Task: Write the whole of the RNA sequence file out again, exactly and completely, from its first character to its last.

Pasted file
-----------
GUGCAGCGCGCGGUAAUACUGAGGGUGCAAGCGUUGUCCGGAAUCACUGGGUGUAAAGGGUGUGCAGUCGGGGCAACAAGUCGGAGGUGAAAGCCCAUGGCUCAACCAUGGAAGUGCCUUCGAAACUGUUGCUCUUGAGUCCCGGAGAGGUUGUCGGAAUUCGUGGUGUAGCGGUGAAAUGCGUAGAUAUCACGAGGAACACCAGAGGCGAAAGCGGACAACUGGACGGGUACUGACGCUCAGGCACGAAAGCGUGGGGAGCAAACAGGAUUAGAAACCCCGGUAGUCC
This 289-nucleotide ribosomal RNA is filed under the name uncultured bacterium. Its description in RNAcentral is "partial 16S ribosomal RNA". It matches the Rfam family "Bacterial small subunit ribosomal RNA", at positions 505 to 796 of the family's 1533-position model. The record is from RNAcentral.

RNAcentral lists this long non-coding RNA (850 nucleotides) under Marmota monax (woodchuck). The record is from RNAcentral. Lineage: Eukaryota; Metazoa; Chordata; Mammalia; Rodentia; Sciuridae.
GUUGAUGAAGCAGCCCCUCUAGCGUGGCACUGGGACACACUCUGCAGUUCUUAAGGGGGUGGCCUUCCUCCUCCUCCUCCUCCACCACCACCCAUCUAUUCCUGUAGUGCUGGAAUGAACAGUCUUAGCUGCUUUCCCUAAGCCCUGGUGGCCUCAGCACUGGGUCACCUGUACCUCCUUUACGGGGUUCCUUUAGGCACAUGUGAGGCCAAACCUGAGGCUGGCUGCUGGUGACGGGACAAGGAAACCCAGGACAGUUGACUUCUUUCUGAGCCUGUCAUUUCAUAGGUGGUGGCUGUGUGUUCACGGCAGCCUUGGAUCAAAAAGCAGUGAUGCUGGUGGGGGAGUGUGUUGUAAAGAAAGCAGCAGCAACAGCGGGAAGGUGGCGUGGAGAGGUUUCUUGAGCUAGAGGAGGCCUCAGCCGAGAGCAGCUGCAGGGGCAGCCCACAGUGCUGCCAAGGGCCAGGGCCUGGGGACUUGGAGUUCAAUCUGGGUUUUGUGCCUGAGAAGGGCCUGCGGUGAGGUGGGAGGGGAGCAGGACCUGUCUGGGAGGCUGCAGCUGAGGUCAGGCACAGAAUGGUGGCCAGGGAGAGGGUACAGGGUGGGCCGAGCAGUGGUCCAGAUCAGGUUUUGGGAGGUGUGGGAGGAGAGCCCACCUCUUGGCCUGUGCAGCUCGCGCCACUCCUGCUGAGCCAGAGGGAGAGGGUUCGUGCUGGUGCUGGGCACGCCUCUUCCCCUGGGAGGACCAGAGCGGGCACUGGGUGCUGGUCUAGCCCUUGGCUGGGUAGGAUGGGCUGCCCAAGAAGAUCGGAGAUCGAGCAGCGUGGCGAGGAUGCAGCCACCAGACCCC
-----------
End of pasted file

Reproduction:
GUGCAGCGCGCGGUAAUACUGAGGGUGCAAGCGUUGUCCGGAAUCACUGGGUGUAAAGGGUGUGCAGUCGGGGCAACAAGUCGGAGGUGAAAGCCCAUGGCUCAACCAUGGAAGUGCCUUCGAAACUGUUGCUCUUGAGUCCCGGAGAGGUUGUCGGAAUUCGUGGUGUAGCGGUGAAAUGCGUAGAUAUCACGAGGAACACCAGAGGCGAAAGCGGACAACUGGACGGGUACUGACGCUCAGGCACGAAAGCGUGGGGAGCAAACAGGAUUAGAAACCCCGGUAGUCC
This 289-nucleotide ribosomal RNA is filed under the name uncultured bacterium. Its description in RNAcentral is "partial 16S ribosomal RNA". It matches the Rfam family "Bacterial small subunit ribosomal RNA", at positions 505 to 796 of the family's 1533-position model. The record is from RNAcentral.

RNAcentral lists this long non-coding RNA (850 nucleotides) under Marmota monax (woodchuck). The record is from RNAcentral. Lineage: Eukaryota; Metazoa; Chordata; Mammalia; Rodentia; Sciuridae.
GUUGAUGAAGCAGCCCCUCUAGCGUGGCACUGGGACACACUCUGCAGUUCUUAAGGGGGUGGCCUUCCUCCUCCUCCUCCUCCACCACCACCCAUCUAUUCCUGUAGUGCUGGAAUGAACAGUCUUAGCUGCUUUCCCUAAGCCCUGGUGGCCUCAGCACUGGGUCACCUGUACCUCCUUUACGGGGUUCCUUUAGGCACAUGUGAGGCCAAACCUGAGGCUGGCUGCUGGUGACGGGACAAGGAAACCCAGGACAGUUGACUUCUUUCUGAGCCUGUCAUUUCAUAGGUGGUGGCUGUGUGUUCACGGCAGCCUUGGAUCAAAAAGCAGUGAUGCUGGUGGGGGAGUGUGUUGUAAAGAAAGCAGCAGCAACAGCGGGAAGGUGGCGUGGAGAGGUUUCUUGAGCUAGAGGAGGCCUCAGCCGAGAGCAGCUGCAGGGGCAGCCCACAGUGCUGCCAAGGGCCAGGGCCUGGGGACUUGGAGUUCAAUCUGGGUUUUGUGCCUGAGAAGGGCCUGCGGUGAGGUGGGAGGGGAGCAGGACCUGUCUGGGAGGCUGCAGCUGAGGUCAGGCACAGAAUGGUGGCCAGGGAGAGGGUACAGGGUGGGCCGAGCAGUGGUCCAGAUCAGGUUUUGGGAGGUGUGGGAGGAGAGCCCACCUCUUGGCCUGUGCAGCUCGCGCCACUCCUGCUGAGCCAGAGGGAGAGGGUUCGUGCUGGUGCUGGGCACGCCUCUUCCCCUGGGAGGACCAGAGCGGGCACUGGGUGCUGGUCUAGCCCUUGGCUGGGUAGGAUGGGCUGCCCAAGAAGAUCGGAGAUCGAGCAGCGUGGCGAGGAUGCAGCCACCAGACCCC